The trail started out steep and hard. Within the first two minutes I was second guessing my decision to pack six liters of water. It didn’t take long for us to find what we had come for; chains. The steep dirt path suddenly stopped and turned to rock. The way up looked menacing. Luckily the trail was equipped with a metal chain. I picked up the heavy linked chain and started climbing. Unsure of how best to climb I relied on instincts. I kept the bulk of my weight on my legs carefully placing each foot so I could shift the weight. The chain, I quickly learned, was for balancing. I soon found my rhythm and ran up the slope. At the top I turned back down below, “okay desu,” I shouted. Elisha then grabbed the rope and followed my lead. Yoshi came quick after her.
After scaling the first chain my legs were warmed up and strong as ever. I no longer noticed the 6 liters of water. We followed the trail up and down the mountain at a decent pace for two hours. Deep into the woods we were using the chain to climb our tenth peak. Suddenly Elisha lost her footing, slipped and fell on the sharp rocks. She regained composure and made it to the top. We took a break to collect our breath. The clouds above us moved quickly and we felt the occasional sprinkle of water on our necks. Optimistic, we then pressed on.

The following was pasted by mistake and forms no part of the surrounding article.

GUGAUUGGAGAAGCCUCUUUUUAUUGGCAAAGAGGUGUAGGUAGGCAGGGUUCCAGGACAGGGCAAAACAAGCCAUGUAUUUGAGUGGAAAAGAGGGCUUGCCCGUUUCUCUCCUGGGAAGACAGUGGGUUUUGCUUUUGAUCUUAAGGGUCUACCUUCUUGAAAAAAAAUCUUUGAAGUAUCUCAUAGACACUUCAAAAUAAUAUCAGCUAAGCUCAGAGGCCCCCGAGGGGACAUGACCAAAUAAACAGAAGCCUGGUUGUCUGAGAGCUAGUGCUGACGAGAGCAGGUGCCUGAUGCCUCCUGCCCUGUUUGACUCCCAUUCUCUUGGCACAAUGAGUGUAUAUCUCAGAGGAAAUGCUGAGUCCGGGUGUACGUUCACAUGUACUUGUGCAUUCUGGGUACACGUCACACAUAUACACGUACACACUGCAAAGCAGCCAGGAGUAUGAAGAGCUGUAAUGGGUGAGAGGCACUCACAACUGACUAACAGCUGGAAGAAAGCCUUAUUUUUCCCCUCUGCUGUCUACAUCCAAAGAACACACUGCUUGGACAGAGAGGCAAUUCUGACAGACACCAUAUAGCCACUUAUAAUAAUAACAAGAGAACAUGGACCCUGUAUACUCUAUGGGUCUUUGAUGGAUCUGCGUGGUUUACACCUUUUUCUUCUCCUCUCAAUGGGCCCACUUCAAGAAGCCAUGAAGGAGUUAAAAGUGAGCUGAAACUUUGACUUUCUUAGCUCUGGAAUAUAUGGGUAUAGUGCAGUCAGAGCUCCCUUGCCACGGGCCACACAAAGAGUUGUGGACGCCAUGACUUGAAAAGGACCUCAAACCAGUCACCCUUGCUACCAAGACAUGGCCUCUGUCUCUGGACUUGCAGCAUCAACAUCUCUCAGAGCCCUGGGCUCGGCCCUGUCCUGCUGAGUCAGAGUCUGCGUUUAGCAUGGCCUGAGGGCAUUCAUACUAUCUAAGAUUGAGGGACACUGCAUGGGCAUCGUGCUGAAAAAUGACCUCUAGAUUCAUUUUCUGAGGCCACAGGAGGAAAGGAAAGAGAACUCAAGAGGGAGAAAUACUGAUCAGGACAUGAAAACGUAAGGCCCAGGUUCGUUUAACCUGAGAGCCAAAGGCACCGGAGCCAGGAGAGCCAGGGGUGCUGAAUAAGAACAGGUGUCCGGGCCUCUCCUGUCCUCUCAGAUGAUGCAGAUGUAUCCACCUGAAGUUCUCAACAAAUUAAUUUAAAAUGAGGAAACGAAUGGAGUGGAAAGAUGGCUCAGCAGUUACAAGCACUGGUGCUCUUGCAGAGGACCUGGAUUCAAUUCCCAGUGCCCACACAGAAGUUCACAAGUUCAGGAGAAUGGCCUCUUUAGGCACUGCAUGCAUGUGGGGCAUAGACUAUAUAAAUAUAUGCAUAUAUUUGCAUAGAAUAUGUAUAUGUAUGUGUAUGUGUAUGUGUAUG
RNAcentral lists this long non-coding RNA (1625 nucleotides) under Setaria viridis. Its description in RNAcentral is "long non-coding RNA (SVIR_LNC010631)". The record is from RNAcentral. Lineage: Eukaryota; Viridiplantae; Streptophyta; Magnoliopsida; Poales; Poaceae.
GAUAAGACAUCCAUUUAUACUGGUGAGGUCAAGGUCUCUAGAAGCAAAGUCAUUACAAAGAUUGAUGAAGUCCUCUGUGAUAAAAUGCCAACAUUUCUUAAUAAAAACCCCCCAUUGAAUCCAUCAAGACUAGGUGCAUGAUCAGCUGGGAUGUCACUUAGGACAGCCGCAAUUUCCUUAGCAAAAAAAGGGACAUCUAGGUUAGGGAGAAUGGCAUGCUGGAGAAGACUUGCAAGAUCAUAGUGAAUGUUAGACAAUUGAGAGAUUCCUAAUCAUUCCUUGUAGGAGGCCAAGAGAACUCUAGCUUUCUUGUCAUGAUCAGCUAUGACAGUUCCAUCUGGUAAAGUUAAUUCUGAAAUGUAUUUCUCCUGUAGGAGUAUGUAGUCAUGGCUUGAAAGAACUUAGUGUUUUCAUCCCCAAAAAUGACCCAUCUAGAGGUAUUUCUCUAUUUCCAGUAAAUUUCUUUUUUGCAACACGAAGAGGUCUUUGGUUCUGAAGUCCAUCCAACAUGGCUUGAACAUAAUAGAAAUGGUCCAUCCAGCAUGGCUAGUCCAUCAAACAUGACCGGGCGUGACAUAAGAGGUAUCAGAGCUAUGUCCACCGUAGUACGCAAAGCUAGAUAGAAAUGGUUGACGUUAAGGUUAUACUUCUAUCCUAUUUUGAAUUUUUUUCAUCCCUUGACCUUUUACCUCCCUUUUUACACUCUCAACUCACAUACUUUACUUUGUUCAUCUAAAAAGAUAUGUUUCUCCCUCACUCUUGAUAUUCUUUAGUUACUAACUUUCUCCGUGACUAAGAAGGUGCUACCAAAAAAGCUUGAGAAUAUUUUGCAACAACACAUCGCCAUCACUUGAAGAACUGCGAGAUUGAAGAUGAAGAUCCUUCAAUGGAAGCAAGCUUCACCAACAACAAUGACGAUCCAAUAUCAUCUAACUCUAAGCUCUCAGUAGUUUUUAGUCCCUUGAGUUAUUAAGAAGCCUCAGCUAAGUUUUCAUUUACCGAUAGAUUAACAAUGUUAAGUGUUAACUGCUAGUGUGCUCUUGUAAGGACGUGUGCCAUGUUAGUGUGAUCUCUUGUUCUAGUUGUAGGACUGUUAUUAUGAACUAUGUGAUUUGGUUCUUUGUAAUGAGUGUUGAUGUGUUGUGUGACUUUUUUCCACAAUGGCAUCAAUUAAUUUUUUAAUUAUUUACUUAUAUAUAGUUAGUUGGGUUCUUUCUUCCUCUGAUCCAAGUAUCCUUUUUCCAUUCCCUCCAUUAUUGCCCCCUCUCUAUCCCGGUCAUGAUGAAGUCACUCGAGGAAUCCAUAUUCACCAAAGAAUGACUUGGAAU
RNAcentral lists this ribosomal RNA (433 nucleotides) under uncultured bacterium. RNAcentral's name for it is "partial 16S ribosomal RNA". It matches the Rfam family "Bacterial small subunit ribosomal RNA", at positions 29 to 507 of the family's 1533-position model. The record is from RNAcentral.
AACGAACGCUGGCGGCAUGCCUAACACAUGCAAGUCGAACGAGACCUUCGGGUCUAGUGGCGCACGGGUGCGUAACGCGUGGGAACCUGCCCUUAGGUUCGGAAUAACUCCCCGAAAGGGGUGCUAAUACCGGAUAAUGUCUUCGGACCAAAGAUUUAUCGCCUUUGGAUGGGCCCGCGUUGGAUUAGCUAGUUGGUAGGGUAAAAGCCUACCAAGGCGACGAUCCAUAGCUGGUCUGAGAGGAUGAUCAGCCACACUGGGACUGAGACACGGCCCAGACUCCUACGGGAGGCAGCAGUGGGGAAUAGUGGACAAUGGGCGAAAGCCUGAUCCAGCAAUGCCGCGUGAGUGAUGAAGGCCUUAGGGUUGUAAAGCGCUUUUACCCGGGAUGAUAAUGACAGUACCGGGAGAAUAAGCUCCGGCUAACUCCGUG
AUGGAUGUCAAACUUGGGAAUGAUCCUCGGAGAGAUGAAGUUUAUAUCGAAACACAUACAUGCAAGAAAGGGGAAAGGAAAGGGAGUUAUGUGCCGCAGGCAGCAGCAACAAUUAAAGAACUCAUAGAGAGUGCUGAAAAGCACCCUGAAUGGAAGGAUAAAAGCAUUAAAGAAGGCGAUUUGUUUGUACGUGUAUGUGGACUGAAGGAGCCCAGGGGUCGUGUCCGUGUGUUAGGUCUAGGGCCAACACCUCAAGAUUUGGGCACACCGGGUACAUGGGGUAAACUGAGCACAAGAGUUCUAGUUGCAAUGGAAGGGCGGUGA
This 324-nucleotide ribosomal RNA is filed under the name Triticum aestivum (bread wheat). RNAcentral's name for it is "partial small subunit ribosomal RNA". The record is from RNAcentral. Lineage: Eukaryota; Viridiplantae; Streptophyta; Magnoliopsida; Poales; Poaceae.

Three hours in to the hike and we were an hour from the summit. Our pace had slowed to allow for Elisha who was a little beaten up. However the severe mountain weather hadn’t slowed at all. We we started our hike the skies were clear and blue. Now gray rain clouds had settled in above us. And then the rain started it. It was light but consistent. From one of the peaks I could see the whole valley. The wind was blowing hard and the new rain clouds above us were only the beginning of longer storm. We all agreed to cut our hike short and head back.